Tribes 2 was playable and looked fairly far along in development when we saw it at E3. Although we didn't get a chance to hear the soundtrack provided by Motley Crüe, we did get a good look at the new graphics engine in action. Like the original, Tribes 2 is an online first-person shooter in which you team up with your allies and storm your enemies' base. You'll once again be able to don varying types of armor and wield a variety of powerful weapons depending on your specific role in the conflict. And as in the original, you'll be able to re-equip yourself back at base whenever you like, in order to account for the constantly shifting battlefield conditions.
The gameplay takes place on a number of different planets that will have their own unique appearances, topography, weather, and in some cases, natural disasters. We didn't get to see all the new weather effects, but were told that the completed game would feature snow, rain, lightning storms, quicksand, and more. Fortunately, we did get to see some of the new weapons in action. The newly-revamped disc thrower packs an even bigger punch than before, while the deadly new rocket launcher can fire a tracking smart missile that skims the terrain with unerring accuracy toward a foe that's hundreds of meters away. The only catch with the smart missile is that you'll need an advance scout to spot your enemy for you, and to keep him in sight while the missile is tracking. We watched as a missile was fired toward a low-flying vehicle that tried to swoop behind a nearby hill for cover - but the missile maneuvered just the same, and smashed the vehicle anyway.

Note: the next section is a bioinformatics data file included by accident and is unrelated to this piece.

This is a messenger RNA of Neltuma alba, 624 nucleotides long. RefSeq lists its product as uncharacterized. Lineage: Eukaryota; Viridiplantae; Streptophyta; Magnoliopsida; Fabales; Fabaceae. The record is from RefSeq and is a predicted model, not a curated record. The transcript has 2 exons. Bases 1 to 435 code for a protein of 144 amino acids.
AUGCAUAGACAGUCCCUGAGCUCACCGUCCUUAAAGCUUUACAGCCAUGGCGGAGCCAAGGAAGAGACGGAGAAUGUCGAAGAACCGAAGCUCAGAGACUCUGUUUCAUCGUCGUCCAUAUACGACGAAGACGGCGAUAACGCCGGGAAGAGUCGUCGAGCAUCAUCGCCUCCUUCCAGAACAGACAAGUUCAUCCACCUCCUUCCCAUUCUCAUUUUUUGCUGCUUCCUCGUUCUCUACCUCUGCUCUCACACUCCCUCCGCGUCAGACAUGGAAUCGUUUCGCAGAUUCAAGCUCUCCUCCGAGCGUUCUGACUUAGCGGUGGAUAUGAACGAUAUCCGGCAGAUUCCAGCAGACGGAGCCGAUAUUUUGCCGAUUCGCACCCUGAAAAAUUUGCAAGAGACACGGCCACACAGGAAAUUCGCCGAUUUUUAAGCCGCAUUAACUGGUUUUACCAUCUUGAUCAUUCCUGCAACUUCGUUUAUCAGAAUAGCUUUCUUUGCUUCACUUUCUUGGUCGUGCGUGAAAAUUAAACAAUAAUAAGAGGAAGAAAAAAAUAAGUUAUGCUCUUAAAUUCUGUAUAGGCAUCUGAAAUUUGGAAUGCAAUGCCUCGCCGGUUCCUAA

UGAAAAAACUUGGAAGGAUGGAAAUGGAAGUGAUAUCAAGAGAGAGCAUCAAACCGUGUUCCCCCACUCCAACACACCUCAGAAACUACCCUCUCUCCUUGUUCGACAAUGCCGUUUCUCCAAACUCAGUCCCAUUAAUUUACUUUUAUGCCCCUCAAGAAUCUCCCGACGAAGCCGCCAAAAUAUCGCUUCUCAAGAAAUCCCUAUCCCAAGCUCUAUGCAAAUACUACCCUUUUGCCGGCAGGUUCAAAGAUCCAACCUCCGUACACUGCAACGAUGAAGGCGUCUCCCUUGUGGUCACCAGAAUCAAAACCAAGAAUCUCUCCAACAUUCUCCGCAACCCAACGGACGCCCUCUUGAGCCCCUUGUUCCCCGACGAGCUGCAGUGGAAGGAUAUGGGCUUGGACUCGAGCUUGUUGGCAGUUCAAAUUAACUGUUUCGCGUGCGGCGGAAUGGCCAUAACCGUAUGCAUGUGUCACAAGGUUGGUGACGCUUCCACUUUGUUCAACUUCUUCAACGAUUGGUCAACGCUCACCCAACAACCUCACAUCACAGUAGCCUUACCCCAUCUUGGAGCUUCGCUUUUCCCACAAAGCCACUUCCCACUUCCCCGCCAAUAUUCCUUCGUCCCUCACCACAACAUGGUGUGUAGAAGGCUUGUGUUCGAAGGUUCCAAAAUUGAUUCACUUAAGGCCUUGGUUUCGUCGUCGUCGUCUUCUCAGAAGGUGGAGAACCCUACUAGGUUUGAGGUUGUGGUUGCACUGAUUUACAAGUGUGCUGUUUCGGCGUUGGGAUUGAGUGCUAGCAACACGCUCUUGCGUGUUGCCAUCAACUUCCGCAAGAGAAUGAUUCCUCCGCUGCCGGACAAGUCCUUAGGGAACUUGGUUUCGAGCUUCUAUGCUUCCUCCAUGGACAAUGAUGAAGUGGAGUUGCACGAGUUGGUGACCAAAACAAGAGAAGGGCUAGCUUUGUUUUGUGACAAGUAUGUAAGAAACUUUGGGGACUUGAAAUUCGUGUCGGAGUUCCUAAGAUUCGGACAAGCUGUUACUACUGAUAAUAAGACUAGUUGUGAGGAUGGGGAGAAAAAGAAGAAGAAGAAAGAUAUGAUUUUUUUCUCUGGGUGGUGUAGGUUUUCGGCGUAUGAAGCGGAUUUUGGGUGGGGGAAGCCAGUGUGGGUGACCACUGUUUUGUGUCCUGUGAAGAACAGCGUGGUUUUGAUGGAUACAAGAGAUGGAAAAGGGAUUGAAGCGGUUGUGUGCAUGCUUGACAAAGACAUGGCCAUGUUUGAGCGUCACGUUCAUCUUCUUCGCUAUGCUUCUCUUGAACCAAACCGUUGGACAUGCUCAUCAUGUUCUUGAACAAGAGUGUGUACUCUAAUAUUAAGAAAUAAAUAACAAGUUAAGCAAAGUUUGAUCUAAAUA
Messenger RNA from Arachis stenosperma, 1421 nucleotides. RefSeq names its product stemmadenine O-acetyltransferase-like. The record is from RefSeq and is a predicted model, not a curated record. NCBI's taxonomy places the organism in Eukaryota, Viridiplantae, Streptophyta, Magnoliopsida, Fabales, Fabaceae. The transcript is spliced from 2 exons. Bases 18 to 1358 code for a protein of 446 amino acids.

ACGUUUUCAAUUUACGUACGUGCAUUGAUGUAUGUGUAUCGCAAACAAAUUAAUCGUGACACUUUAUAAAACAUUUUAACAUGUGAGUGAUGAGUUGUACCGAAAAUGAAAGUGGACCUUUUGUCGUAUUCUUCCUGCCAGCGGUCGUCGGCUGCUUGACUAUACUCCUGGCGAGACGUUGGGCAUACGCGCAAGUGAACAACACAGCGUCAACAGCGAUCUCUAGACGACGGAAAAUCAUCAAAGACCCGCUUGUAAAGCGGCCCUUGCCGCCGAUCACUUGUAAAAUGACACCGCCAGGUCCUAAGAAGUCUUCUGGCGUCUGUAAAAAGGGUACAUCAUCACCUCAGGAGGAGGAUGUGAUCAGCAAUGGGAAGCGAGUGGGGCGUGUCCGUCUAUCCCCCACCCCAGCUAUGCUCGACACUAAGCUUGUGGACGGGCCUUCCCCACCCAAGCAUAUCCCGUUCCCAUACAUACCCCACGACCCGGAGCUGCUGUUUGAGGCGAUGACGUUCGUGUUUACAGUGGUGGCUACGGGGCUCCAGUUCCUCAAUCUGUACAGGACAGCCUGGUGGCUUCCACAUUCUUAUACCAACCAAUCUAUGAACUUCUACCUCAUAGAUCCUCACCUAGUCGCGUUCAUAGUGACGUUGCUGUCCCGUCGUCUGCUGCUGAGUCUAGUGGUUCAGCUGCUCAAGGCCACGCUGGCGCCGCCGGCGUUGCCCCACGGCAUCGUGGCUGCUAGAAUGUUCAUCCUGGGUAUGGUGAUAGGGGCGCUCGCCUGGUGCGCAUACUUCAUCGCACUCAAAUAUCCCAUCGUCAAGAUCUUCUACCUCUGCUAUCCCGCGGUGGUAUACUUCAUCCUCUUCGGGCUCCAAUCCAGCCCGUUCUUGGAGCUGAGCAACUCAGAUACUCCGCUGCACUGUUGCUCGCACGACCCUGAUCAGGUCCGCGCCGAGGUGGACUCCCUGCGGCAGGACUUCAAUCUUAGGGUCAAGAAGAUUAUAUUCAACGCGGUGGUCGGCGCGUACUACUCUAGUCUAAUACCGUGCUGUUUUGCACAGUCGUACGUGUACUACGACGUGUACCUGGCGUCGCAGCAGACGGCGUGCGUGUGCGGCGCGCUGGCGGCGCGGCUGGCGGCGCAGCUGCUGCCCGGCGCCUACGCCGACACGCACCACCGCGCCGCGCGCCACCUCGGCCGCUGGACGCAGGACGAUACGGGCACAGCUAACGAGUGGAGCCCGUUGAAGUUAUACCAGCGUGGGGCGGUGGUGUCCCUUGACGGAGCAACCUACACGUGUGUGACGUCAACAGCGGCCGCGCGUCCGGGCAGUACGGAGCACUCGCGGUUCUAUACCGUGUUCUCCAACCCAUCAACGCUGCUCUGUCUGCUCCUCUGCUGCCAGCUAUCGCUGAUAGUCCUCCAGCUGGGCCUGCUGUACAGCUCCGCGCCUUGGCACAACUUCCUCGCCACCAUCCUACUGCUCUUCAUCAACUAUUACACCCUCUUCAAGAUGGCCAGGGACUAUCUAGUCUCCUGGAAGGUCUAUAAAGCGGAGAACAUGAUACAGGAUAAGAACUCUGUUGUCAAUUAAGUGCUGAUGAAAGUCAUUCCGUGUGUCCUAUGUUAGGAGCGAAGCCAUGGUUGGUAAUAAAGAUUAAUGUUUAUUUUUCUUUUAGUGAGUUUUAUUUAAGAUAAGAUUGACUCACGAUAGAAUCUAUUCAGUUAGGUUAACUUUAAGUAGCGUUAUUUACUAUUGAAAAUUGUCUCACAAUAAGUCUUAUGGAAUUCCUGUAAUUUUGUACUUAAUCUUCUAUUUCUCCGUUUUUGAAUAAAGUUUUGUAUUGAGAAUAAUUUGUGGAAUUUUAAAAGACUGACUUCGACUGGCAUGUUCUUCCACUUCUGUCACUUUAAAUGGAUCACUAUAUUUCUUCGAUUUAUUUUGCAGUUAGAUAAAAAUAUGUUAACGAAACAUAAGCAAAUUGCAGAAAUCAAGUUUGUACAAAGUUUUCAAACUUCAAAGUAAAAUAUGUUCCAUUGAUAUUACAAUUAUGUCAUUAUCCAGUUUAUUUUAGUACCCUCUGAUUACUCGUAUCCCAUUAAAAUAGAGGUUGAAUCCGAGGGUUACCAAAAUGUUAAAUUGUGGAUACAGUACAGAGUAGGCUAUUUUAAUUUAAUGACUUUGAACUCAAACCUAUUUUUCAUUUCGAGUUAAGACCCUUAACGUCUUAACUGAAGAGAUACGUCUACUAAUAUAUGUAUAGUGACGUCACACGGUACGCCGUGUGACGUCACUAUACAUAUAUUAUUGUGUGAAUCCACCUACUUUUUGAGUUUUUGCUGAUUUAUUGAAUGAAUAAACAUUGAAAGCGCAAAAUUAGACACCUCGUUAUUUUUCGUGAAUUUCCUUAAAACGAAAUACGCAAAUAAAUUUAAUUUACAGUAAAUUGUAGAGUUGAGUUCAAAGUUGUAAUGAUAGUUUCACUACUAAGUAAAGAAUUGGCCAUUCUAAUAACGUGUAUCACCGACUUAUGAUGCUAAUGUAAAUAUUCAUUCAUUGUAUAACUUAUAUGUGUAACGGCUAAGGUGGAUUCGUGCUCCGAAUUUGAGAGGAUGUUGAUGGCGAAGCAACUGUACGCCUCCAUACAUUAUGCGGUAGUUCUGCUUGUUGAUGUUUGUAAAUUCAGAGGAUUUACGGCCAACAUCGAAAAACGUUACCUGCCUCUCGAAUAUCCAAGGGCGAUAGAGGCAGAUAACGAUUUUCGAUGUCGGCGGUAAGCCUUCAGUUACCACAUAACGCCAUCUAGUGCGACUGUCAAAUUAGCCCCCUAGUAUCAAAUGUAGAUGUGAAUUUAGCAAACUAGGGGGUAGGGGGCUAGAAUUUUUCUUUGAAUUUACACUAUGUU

As for the vehicles, Tribes 2 is revamping the various available means of locomotion: The flying craft was shown to move realistically and fluidly - and quickly - across the sky, making it seem highly effective in supporting and transporting the members of the team.
In addition, we got to see the new BioDerm race on the battlefield - they look big and mean, but they're essentially just an alternate set of skins and models. They don't have their own weapons or special abilities. Nevertheless, they should help distinguish the competing sides in battle.
The original Starsiege: Tribes was an excellent multiplayer shooter that quickly earned an avid following that's still playing the game many months later. Fans of the original will find that the sequel is staying true to the formula, and is taking efforts to add to and improve the game rather than to redesign it.